San Mateo Partition Lawyers

San Mateo is a located on the San Francisco Peninsula. It is well known for its rich history at the center of the San Francisco Bay Area. San Mateo is home to the College of San Mateo, founded in 1922, the Bay Meadows Racetrack, the Coyote Point Museum, and Central Park, which contains a traditional Japanese tea garden. When property owners cannot agree on whether to sell real estate, then a partition action led by a San Mateo Partition Lawyer may be a good solution. There are usually four scenarios when a joint party should consider a partition action:

  • Boyfriend-Girlfriend co-ownership of property;
  • Sibling-Sibling co-ownership of property;
  • Parent-Child co-ownership of property; and
  • Investor-Investor co-ownership of property.
What Is a Partition Action in California?

A partition action is an action brought by a co-owner of a piece of real property against another co-owner, seeking to divide the property according to the respective interests of the co-owners. In order to establish a right to a partition, a party must show that they have some ownership interest in the subject property. Under Code of Civil Procedure section 872.210, any owner of an estate of inheritance, an estate for life, or an estate for years in real property where such property or estate is owned by several persons concurrently or in successive estates may bring a partition action. (CCP § 872.210.) Therefore, a co-tenant has an absolute right to partition. (Formosa Corp. v. Rogers (1951), 108 Cal.App.2d 397.) At the Underwood Law Firm, our attorneys are more than familiar with partition actions and the step-by-step process of pursuing a partition.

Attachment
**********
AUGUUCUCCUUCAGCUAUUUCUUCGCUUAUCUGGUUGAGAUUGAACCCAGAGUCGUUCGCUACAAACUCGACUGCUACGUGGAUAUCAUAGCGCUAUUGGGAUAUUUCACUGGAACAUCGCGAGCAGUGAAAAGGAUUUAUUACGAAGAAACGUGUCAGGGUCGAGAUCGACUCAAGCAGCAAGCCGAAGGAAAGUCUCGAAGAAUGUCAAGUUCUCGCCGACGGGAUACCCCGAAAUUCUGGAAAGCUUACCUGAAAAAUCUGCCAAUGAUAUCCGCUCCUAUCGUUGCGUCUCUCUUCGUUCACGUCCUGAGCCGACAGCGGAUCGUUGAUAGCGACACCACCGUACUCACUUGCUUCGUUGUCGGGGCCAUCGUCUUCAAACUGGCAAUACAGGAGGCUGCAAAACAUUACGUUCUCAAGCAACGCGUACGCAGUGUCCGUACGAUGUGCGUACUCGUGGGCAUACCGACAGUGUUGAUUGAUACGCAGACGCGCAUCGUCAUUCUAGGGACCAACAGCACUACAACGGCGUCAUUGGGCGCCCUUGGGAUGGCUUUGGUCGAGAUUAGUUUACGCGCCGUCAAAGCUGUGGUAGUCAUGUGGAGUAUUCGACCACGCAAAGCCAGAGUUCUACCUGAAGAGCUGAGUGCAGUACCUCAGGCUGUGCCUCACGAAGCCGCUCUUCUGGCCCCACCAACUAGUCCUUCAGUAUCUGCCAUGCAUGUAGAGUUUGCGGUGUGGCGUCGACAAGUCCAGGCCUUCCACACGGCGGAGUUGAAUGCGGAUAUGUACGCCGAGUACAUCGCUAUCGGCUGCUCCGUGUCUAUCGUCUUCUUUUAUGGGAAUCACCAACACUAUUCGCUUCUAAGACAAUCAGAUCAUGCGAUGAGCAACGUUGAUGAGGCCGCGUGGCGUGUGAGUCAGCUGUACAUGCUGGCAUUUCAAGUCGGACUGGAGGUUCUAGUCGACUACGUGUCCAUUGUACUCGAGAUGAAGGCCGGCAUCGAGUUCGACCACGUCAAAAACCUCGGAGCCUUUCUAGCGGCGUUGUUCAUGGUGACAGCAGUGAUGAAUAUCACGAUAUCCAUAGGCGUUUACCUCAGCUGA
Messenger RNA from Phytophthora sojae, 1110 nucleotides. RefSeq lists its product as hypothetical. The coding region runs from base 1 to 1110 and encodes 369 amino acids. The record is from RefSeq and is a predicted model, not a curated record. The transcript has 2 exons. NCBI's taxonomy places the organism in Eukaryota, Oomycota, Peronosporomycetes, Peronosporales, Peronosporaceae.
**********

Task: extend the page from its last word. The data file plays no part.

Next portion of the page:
Generally, a partition action cannot be stopped absent a valid waiver. Virtually universally, the instances in which a court has found a valid waiver have involved some sort of written contract or adverse possession of property. As such, many parties try to stop a partition action through mediation, or a buy-out agreement. In most instances, the parties to a partition action can benefit from creative lawyering by those who are familiar with the different options for resolving real estate disputes. The best San Mateo Partition Lawyer will be able to share information on this process with you.

What Are the Steps in a Partition Action?